Suze Orman Says Couples Should Never Do This With Their Money

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  • Suze Orman offers financial advice to millions of readers and listeners.
  • She has some suggestions for couples on how to handle their money.
  • She doesn't believe couples should fully combine finances.

You may be surprised at her warning.

Managing money as a couple can be complicated, whether you are married or in any sort of a committed relationship. Money is a leading cause of fights among couples, and trying to share your finances with a loved one can cause all sorts of challenges -- especially if you have differing opinions about spending, credit card debt, or other issues.

If you're currently sharing your life with a partner, it may be worth reading some professional advice about how to effectively manage your money together. Personal finance guru Suze Orman has provided some tips, including a warning about what couples should never do. Her warning is one you should seriously think about as you decide on your path forward.

Suze Orman warns that couples should avoid this financial mistake when managing money

According to Orman, the one key thing couples should steer clear of is merging their finances completely without maintaining separation or independence.

"I would never, ever have just one joint account, and that’s it. Never, ever, ever,” Orman said. Her advice comes despite the fact that she has been together with her wife for at least two decades. And she speaks from personal experience, as she and her spouse have never had a joint account together during that time.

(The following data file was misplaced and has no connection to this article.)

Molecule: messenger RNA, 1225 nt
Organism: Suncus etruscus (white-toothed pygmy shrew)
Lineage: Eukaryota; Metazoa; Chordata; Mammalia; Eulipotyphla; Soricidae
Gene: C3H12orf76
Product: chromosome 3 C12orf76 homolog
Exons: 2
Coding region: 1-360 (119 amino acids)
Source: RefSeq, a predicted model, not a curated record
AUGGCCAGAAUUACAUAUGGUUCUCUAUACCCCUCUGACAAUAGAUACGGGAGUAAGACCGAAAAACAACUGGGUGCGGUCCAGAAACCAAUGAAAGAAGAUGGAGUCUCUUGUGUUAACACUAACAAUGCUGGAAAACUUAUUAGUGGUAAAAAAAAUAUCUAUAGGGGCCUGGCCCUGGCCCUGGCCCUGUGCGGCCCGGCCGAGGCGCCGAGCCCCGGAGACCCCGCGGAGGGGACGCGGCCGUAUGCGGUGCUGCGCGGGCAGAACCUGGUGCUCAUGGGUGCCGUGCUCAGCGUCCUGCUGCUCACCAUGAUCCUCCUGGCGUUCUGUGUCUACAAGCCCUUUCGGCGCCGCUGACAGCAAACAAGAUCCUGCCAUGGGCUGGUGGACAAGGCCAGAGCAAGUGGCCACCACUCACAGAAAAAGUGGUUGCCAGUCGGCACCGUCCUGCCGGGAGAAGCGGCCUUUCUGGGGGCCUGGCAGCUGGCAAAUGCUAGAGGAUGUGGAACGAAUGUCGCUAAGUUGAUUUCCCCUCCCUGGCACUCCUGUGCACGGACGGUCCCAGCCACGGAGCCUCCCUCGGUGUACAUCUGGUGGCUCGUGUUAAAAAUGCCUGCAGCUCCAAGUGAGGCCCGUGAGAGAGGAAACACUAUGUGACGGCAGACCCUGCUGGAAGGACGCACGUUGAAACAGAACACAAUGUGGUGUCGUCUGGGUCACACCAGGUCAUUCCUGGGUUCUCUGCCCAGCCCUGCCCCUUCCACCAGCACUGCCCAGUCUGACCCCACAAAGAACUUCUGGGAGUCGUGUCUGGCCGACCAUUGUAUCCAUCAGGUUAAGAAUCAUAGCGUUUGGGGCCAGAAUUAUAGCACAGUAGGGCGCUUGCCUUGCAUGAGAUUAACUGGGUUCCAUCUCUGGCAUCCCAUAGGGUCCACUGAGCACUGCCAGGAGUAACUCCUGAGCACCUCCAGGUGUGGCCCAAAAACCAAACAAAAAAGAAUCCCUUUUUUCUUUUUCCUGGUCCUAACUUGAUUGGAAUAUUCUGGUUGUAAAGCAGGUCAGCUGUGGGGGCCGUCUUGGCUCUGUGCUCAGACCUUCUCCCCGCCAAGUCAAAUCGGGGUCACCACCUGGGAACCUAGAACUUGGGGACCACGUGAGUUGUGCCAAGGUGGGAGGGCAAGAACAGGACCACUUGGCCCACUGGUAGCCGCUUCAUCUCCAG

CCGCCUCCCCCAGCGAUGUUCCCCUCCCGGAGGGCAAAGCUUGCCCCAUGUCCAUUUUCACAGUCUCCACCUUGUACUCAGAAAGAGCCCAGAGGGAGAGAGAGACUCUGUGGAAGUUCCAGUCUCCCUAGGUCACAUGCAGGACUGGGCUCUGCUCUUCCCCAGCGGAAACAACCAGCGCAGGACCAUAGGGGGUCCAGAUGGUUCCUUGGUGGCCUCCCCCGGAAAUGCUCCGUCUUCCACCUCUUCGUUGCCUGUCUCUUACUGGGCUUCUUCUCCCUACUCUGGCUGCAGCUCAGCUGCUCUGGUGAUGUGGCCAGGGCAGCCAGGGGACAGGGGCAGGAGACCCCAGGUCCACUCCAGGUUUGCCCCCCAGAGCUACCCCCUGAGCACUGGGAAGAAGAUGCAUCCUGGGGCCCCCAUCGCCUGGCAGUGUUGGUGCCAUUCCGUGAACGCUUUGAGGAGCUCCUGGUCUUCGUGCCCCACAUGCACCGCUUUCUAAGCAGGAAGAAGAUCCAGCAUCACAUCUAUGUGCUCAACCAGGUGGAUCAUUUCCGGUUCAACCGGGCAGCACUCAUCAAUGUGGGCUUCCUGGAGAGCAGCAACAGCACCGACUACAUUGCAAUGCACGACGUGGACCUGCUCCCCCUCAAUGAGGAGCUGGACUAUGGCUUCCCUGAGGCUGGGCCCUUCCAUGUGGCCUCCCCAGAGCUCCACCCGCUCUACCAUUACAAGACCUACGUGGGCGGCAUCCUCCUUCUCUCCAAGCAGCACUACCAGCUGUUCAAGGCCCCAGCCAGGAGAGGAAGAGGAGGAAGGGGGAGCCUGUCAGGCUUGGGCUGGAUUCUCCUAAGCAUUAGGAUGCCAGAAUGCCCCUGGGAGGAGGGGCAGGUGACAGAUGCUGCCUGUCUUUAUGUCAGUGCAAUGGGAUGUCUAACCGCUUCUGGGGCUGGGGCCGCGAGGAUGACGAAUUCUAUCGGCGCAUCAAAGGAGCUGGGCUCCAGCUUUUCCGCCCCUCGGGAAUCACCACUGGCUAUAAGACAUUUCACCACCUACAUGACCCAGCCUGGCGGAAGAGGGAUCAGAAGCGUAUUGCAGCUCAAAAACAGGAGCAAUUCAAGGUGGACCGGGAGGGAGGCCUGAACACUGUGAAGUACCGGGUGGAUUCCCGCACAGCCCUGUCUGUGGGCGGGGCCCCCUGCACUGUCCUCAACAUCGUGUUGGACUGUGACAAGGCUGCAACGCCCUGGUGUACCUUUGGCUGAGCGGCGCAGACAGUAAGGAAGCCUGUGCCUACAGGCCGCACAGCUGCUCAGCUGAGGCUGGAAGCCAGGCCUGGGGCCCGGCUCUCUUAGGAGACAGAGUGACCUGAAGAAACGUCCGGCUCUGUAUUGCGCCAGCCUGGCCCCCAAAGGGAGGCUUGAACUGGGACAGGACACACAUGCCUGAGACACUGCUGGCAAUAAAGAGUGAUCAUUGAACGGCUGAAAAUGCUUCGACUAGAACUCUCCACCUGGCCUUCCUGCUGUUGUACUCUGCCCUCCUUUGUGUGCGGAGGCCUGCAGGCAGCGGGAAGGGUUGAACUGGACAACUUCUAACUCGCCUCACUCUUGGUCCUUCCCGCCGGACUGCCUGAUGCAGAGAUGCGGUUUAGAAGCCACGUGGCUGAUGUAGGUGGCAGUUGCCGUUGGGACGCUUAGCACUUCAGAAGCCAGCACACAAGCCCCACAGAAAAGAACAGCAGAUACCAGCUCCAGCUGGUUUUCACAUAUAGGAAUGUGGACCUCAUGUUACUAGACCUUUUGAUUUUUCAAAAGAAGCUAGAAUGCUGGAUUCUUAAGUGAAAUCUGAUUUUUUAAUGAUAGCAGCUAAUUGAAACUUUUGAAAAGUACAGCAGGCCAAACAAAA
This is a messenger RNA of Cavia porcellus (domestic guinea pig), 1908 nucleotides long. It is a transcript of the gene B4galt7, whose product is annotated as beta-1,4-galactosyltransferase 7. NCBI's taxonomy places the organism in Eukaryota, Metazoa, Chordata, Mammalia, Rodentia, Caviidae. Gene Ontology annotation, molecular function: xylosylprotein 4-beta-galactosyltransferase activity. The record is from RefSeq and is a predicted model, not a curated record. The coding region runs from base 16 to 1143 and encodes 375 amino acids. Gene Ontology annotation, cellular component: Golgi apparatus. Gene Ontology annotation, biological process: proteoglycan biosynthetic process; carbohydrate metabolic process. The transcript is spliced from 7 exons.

Orman believes couples should steer clear of fully combining their finances because doing so could result in a power imbalance and could lead to a loss of independence that could be detrimental to each person's well being.

Instead, Orman suggests having multiple accounts, including separate ones for each spouse or partner. "I would have at least three accounts or two accounts, one of your own and one of the other’s," says Orman, "and then you decide how you’re going to split bills."

Should you listen to Orman's advice?

Orman's advice has some merit, as it is important that each person be able to maintain some autonomy when it comes to how they spend their money. If accounts are fully merged, this can lead to a lot more conflict if couples don't agree on whether a specific purchase is necessary.

It could also result in financial infidelity, where one spouse feels the need to hide purchases from the other because of fear or judgment or fighting. This type of situation is common, with as many as 65% of men and 47% of women indicating they wanted to own an item they were prevented from having because of their relationship, and with 82% of couples admitting they argued about a purchase.

Ultimately, though, each couple will need to decide what works for them. For some people, having one shared account makes life easier and makes accomplishing joint goals more likely. For others, this type of money management is too constraining. Couples should discuss the issue together, decide what works for them, and come to a consensus that makes sense.

Whether a couple has separate or shared accounts, however, they'll still need to work together to make money decisions -- and they should make sure that both partners know where their assets are and how to handle financial choices in case something should happen to one spouse. This way, neither person will be left in a situation where they don't have control over their own financial life.

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